This piece of a post was inspired by a post on the Humanosphere blog and some insightful comments on twitter from Brett Keller. The first time I started the draft, I tried to recap everything and it was boring. So follow the links if you like, but they’re not strictly necessary.
One of the hardest things about development work is that it exists permanently in a shade of grey. All projects do harm. My own belief is that we address that by making sure the good we do outweighs it, but it’s not like that’s easy. And it means you start in the grey.
Every choice we make after that is grey, too. Economists, as Brett pointed out, expect that people will consistently make the best, most profitable choices. Public health professionals tend to roll the other way, assuming people will make destructive, short-sighted choices. Development people live in the mushy middle, with people who make good choices and bad choices for reasons you never quite understand.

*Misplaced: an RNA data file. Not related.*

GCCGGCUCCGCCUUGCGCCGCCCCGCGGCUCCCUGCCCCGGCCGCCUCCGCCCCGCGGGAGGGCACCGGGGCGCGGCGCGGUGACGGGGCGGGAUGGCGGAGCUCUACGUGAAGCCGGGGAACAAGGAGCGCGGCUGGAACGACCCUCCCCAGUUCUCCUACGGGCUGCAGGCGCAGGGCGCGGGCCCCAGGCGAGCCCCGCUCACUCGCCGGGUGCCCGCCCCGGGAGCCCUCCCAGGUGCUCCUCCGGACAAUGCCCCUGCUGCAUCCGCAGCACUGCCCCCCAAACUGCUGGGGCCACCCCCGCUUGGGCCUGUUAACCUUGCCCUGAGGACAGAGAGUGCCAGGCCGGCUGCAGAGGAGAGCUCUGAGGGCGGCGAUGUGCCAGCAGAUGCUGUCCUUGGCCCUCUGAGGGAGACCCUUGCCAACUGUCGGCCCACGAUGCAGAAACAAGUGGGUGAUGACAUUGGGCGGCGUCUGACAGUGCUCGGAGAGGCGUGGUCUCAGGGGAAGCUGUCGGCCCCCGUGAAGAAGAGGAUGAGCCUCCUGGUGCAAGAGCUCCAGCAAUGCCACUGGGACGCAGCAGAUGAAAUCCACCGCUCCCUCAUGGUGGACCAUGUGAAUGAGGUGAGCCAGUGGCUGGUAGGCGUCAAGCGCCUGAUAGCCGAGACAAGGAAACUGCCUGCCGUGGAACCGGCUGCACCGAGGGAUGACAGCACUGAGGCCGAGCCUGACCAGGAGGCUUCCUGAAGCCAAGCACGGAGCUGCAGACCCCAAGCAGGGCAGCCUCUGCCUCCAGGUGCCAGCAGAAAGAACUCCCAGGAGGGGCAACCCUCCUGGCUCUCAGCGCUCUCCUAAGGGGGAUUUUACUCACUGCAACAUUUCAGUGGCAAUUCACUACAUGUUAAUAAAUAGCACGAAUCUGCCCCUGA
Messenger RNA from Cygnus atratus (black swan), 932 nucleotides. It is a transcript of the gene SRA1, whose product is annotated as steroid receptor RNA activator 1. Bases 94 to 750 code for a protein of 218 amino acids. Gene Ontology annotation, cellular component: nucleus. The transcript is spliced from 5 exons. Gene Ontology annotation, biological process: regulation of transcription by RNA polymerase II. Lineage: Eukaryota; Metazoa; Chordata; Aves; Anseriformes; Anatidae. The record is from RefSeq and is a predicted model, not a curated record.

Does aid work? Who knows. It’s the wrong question. Can aid work? Yes. That one I can answer. Aid can fail, too. At any given moment, do you know if your intervention is succeeding or failing? Maybe. Your monitoring and evaluation data helps a little. But it’s going to take years to see if your project has actual long-term impact. Last quarter’s M&E results won’t help with that.
It’s a frustrating slog, and you spend your career doing it.
…and that’s as far as I got, folks. Anyone have any idea what should come next?